Lookman Adekunle Salami, better known as simply L.A. Salami, is a rare breed of musician that the world has been craving since the height of storytelling legends like Joni Mitchell, Paul Simon and Neil Young. Not quite folk, not quite indy, not quite common and certainly not boring, L.A. Salami’s lyricism and voice are hypnotic. He doesn’t shy away from saying how he feels. The south-Londoner is a self-proclaimed “optimistic cynic.” His quasi folk songs reflect the same complexities, both via his stream-of-consciousness verses and a lyrically verbose, sometimes topical nature.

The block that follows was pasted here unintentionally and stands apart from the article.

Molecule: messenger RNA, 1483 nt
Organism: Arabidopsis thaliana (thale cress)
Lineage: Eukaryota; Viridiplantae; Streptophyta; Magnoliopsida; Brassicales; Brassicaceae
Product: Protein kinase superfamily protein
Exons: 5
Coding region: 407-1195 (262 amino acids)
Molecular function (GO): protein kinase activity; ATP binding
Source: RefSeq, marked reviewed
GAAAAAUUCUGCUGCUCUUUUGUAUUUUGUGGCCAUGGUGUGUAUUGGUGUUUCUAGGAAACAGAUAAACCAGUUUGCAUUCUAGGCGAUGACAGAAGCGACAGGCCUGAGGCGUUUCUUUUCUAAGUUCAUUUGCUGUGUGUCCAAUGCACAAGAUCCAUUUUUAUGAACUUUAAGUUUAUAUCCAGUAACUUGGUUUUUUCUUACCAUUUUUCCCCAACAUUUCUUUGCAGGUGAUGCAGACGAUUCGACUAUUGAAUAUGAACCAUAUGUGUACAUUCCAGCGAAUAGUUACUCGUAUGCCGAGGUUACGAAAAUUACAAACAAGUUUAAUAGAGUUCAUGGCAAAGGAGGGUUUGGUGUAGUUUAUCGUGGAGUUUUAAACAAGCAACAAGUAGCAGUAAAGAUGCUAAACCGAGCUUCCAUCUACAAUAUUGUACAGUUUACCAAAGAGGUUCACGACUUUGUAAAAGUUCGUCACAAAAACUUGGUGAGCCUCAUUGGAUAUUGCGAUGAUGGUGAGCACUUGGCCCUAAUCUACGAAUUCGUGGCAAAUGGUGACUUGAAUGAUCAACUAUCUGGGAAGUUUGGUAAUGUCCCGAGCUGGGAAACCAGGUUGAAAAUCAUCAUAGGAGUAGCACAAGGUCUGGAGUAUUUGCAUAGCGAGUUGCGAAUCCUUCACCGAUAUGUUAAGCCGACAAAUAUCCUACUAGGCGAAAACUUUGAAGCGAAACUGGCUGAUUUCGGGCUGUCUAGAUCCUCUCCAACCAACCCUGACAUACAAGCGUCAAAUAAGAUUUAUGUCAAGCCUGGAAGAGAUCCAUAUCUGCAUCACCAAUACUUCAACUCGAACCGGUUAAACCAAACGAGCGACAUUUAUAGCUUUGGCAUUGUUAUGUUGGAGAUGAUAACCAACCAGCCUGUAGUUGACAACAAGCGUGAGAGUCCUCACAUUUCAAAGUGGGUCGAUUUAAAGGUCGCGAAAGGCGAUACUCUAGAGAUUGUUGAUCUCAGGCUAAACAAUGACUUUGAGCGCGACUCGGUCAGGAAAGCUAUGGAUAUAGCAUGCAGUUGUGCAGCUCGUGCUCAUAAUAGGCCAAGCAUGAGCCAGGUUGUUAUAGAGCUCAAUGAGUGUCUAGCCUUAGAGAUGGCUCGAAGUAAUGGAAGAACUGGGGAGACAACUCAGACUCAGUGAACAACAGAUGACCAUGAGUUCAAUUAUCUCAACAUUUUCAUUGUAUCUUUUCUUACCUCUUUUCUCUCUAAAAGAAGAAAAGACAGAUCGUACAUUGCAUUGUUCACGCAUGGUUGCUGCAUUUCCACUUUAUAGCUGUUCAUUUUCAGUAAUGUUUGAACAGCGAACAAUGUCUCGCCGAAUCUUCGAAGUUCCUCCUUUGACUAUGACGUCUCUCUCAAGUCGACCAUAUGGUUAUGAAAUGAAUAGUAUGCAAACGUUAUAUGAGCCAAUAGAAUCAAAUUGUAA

Songs like “Terrorism! (The Isis Crisis)” might seem inarguably political, but the sentiment is meant to be exploratory, not confrontational.
“I don’t think I see myself as a political artist, I see myself as an emotional artist,” Salami said. “I think that’s what’s missing. There’s not enough people who are really, really emotionally affected to the point where it could come out in their work. They’re emotionally affected in a way that they can’t process it … to be able to make art out of it … There’s just so much nuance to issues.”